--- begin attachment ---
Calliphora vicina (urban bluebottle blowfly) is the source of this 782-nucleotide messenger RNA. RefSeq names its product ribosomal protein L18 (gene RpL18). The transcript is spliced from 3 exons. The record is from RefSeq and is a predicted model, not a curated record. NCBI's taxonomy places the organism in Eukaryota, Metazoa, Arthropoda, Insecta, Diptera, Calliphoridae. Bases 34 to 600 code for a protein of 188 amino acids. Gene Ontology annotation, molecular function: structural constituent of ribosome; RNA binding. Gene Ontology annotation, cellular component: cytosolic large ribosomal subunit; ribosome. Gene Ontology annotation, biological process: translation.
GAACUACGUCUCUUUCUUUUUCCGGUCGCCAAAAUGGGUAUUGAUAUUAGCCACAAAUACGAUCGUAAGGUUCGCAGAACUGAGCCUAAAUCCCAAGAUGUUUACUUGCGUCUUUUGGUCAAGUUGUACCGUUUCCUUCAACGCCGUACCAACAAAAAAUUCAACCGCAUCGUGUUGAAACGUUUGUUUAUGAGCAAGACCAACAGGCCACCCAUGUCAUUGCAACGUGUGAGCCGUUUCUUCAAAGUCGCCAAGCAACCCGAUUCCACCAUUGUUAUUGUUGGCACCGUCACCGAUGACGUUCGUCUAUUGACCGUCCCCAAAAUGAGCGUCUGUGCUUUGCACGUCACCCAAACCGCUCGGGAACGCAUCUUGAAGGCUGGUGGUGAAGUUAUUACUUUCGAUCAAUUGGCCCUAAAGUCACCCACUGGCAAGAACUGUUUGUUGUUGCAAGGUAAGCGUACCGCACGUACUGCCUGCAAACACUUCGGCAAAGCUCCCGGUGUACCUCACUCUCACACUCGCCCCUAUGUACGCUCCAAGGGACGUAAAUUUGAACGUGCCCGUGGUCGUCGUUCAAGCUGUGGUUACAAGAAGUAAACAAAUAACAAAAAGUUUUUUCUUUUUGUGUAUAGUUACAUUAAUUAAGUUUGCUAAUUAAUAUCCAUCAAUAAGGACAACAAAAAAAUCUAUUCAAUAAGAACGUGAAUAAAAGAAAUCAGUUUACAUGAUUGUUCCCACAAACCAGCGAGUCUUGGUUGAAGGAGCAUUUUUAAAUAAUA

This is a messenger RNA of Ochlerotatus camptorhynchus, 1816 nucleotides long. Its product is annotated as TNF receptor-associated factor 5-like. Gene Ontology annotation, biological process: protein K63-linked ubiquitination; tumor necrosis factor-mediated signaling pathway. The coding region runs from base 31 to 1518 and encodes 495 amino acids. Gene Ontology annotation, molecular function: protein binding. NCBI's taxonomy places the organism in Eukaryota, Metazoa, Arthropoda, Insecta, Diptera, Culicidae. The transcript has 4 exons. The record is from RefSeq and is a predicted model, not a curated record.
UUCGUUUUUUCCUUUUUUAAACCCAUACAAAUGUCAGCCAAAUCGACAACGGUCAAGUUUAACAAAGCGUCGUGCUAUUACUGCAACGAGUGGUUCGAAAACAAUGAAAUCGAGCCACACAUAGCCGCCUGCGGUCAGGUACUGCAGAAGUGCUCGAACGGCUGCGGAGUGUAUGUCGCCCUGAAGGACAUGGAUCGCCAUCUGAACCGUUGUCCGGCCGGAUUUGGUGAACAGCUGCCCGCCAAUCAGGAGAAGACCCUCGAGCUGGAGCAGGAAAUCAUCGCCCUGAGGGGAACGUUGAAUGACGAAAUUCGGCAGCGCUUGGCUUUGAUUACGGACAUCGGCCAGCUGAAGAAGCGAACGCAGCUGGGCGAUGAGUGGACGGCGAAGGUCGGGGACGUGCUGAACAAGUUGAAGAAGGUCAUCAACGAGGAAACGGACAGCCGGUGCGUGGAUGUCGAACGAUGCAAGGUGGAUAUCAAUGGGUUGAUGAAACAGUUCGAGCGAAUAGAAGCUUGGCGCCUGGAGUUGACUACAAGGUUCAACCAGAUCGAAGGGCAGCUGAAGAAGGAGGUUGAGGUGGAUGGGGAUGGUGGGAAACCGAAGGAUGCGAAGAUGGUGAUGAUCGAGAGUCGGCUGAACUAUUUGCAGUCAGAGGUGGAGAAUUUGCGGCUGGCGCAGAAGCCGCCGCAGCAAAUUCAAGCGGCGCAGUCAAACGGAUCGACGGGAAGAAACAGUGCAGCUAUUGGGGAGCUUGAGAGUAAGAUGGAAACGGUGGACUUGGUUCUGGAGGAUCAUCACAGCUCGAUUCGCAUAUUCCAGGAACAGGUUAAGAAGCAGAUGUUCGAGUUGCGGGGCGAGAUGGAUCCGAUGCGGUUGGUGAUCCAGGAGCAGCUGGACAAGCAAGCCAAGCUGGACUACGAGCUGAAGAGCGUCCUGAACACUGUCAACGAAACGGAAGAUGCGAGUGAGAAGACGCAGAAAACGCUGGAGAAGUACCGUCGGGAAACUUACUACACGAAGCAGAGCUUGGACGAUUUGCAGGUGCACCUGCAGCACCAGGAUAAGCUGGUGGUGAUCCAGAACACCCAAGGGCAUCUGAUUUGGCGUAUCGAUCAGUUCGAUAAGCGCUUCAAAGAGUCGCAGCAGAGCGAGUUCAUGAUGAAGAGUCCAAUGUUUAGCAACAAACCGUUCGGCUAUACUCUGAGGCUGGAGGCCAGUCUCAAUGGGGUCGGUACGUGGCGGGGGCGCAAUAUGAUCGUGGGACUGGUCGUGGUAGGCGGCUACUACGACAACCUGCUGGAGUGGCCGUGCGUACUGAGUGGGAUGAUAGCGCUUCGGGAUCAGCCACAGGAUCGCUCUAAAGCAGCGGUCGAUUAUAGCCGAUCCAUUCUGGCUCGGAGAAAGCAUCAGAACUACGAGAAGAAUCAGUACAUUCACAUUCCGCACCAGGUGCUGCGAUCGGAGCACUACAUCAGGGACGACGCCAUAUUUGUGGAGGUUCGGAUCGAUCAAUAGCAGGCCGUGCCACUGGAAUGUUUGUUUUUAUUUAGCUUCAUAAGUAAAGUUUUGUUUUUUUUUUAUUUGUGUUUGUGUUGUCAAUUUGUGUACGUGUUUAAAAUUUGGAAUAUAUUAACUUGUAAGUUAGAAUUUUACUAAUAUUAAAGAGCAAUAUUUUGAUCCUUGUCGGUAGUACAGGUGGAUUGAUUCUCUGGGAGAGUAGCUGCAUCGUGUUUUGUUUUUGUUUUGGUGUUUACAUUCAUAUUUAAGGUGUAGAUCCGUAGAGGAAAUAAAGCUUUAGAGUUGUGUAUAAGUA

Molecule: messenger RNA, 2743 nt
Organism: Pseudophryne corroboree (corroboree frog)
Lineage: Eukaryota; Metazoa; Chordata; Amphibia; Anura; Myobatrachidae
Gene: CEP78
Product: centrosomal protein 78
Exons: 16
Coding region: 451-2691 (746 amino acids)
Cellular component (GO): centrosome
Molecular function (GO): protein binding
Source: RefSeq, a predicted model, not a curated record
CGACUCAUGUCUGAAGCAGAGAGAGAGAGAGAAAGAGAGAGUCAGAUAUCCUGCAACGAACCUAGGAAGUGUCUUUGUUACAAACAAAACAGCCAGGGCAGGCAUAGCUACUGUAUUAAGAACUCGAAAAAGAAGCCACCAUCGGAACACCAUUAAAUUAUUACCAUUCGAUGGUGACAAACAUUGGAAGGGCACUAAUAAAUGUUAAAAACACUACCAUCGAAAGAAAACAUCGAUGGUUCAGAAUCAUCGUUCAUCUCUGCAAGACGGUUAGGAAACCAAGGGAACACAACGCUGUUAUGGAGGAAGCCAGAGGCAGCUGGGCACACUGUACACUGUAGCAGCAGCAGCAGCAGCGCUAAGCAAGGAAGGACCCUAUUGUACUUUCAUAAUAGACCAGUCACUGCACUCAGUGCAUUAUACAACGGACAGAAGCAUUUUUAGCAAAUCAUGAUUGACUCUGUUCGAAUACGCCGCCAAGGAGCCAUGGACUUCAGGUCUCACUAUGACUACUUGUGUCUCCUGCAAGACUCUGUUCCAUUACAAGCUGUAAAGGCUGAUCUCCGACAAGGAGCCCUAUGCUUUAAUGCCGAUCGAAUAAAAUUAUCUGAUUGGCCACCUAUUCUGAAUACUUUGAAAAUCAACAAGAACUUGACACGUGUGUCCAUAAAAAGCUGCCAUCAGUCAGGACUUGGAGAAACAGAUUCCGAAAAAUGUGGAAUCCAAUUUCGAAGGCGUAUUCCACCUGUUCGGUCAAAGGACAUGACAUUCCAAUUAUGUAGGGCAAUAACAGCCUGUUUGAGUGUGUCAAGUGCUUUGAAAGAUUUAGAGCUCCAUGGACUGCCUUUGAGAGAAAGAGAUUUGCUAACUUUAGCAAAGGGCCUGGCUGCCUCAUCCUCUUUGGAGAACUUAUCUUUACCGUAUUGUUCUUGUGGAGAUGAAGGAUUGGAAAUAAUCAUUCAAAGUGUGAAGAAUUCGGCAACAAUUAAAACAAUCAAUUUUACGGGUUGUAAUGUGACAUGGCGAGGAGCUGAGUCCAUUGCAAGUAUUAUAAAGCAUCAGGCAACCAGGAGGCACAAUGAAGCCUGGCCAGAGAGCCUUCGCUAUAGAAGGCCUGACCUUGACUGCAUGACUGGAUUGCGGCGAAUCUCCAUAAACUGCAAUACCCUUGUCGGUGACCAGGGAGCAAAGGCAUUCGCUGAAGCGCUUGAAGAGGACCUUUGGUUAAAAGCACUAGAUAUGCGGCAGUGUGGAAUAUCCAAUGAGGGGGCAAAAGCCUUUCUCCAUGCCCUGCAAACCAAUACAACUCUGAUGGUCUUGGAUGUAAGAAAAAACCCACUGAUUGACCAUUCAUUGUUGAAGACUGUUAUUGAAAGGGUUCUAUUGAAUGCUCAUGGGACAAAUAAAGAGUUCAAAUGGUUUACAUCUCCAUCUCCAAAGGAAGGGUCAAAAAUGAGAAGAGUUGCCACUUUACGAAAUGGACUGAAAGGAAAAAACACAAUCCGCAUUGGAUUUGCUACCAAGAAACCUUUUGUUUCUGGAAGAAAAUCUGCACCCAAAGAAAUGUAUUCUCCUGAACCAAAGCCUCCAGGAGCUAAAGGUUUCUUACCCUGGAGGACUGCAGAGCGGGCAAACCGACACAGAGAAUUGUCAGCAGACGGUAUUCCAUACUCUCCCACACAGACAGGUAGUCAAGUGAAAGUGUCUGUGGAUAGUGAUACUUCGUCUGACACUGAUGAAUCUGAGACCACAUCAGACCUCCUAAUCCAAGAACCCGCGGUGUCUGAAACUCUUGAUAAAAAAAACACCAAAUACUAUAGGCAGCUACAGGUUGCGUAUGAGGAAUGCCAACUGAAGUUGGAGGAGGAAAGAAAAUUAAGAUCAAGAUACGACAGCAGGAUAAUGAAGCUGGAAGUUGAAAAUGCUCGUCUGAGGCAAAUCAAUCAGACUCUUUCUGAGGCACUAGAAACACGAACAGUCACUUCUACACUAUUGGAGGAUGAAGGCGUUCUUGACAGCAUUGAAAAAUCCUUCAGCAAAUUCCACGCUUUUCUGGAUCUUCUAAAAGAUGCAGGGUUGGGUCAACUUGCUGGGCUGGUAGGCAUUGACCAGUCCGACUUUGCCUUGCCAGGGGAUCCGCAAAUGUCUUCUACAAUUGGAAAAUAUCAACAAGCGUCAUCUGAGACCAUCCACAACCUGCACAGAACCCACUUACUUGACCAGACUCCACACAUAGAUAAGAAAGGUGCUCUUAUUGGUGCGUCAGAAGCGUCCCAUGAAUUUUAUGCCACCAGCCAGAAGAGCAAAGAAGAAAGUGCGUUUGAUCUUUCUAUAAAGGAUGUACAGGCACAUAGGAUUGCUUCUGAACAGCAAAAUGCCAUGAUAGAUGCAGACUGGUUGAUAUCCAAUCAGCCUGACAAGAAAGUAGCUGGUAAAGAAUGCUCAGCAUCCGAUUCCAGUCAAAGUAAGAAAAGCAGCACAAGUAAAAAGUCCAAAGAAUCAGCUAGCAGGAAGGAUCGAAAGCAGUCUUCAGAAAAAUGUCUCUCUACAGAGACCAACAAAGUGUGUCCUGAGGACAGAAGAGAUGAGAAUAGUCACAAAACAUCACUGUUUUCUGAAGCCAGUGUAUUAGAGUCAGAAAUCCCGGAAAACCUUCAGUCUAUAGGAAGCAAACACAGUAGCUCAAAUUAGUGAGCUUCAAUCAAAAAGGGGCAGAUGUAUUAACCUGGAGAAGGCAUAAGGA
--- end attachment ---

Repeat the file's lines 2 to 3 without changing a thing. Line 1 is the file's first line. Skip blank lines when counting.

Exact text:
GAACUACGUCUCUUUCUUUUUCCGGUCGCCAAAAUGGGUAUUGAUAUUAGCCACAAAUACGAUCGUAAGGUUCGCAGAACUGAGCCUAAAUCCCAAGAUGUUUACUUGCGUCUUUUGGUCAAGUUGUACCGUUUCCUUCAACGCCGUACCAACAAAAAAUUCAACCGCAUCGUGUUGAAACGUUUGUUUAUGAGCAAGACCAACAGGCCACCCAUGUCAUUGCAACGUGUGAGCCGUUUCUUCAAAGUCGCCAAGCAACCCGAUUCCACCAUUGUUAUUGUUGGCACCGUCACCGAUGACGUUCGUCUAUUGACCGUCCCCAAAAUGAGCGUCUGUGCUUUGCACGUCACCCAAACCGCUCGGGAACGCAUCUUGAAGGCUGGUGGUGAAGUUAUUACUUUCGAUCAAUUGGCCCUAAAGUCACCCACUGGCAAGAACUGUUUGUUGUUGCAAGGUAAGCGUACCGCACGUACUGCCUGCAAACACUUCGGCAAAGCUCCCGGUGUACCUCACUCUCACACUCGCCCCUAUGUACGCUCCAAGGGACGUAAAUUUGAACGUGCCCGUGGUCGUCGUUCAAGCUGUGGUUACAAGAAGUAAACAAAUAACAAAAAGUUUUUUCUUUUUGUGUAUAGUUACAUUAAUUAAGUUUGCUAAUUAAUAUCCAUCAAUAAGGACAACAAAAAAAUCUAUUCAAUAAGAACGUGAAUAAAAGAAAUCAGUUUACAUGAUUGUUCCCACAAACCAGCGAGUCUUGGUUGAAGGAGCAUUUUUAAAUAAUA

This is a messenger RNA of Ochlerotatus camptorhynchus, 1816 nucleotides long. Its product is annotated as TNF receptor-associated factor 5-like. Gene Ontology annotation, biological process: protein K63-linked ubiquitination; tumor necrosis factor-mediated signaling pathway. The coding region runs from base 31 to 1518 and encodes 495 amino acids. Gene Ontology annotation, molecular function: protein binding. NCBI's taxonomy places the organism in Eukaryota, Metazoa, Arthropoda, Insecta, Diptera, Culicidae. The transcript has 4 exons. The record is from RefSeq and is a predicted model, not a curated record.